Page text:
The European Commission's decision to ban the use of the terms ‘probiotic’ and prebiotic’ is downright crazy given the available scientific evidence. The instrument used to achieve this incredible infringement on commercial freedom of speech is the EU Nutrition and Health Claims Regulation (NHCR). Despite its lofty ideals of supporting the EU’s obesity strategy and abolishing consumer confusion over food/dietary supplements, NHCR has done little more than create an information blackout, kneecapping companies from effective, and in many cases, truthful marketing of their products. Seen as a pharma protectionist measure by many, NHCR has failed to slow down sales of probiotic products that are still flying off the shelves despite there being not a single authorised EU health claim. Clearly consumer interest and knowledge of the health benefits of these products is undimmed whether you have to refer to them as bacteria, microorganisms or microbiotics in the EU and probiotics if you live outside!

Those of us in the natural health field have long been aware of the importance of the vast community of microbes that dwell in and on us. Now, Big Food and Pharma is trying to jump on the bandwagon. Yet, in true big corp fashion, a new study highlights the 600 new patents that have been registered since 2008 for products aimed at improving gut microbiome health. Few patents have been abandoned which alludes to the high value placed on products of this nature for their commercial return. Big corporates behind patent registrations to date include 4D Pharma PLC, Seres Therapeutics, Intellectual Ventures Management, Nestle SA and Crestovo llc.

Probiotics aren’t new

The World Health Organization defines probiotics as “live microorganisms which when administered in adequate amounts confer a health benefit on the host”. Whilst some microbes create disease, probiotic microbes work by modulating the environment they inhabit to crowd out unwanted organisms and allow the so called ‘good’ bacteria and other beneficial microorganisms to grow and thrive.

Human use of live microorganisms stretches as far back as Neolithic man. Far from a new phenomenon, the use of faecal microbiota transplants to combat diarrhoea and severe food poisoning can be traced back to fourth-century China, whilst Hippocrates famously declared ‘death sits in the bowels’. Our ancestors recognised the benefits of fermenting to both preserve food and enhance its health benefits (even if they didn’t fully understand why!). The range of traditional fermented foods, and the ingredients used, is vast and varied according to country.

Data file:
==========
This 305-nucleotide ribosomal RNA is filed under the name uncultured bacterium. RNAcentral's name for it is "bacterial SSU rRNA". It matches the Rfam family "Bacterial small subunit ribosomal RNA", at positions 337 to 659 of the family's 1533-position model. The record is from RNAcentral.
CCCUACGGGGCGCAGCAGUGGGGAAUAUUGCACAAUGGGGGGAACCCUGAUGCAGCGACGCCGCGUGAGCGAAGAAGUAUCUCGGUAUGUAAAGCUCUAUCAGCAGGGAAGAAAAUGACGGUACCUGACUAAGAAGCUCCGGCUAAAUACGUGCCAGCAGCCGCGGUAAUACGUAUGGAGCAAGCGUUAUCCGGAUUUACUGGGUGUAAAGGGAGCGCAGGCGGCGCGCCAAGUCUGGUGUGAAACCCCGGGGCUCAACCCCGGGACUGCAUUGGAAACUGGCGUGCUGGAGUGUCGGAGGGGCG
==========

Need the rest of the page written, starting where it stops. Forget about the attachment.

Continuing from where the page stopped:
Once considered the domain of hippies and health advocates, probiotic foods such as yogurt and latterly dietary supplements, have now gone mainstream, gaining acceptance among the general public. In the rush to leverage a lucrative consumer demand, the market for products containing pre- and probiotics is growing on an almost daily basis.

Corporate stranglehold on probiotics?

Failing antibiotics and shrinking blockbuster product pipelines are forcing pharmaceutical companies to look for alternatives. It was only a matter of time before they turned their sights to probiotics. Investment is high as the race to dominate the market increases, a market that that until now, has been largely confined to natural health companies. This brings more pressure to bear on regulatory authorities to institute more stringent regulations, potentially crowding out smaller companies without the funds to jump through complex legal hoops.

Capitalising on market growth

Such is the popularity of probiotic products and their associated health halo, the global market is predicted to reach $73.8 billion by 2024. As more and more citizens turn to probiotics in a bid to improve their health and prevent the development of chronic disease the value of the already booming probiotic supplement market is set to surge, with it being estimated to double in value from $3 billion in 2015 to $7 billion by 2025.

Think of food and you are likely to be able to buy a probiotic version! Everything from water (yes really!) to chocolate, pet food, superfood salads, snack bars and nut butter are but a few of the growing range of probiotic-containing functional foods hitting the supermarket shelves. All promising improvements to our health. Well, all, if you live outside of the EU. Those of us in the EU will get a range of microorganism-filled products that doesn’t sound quite as appealing unless you know that’s code for probiotics.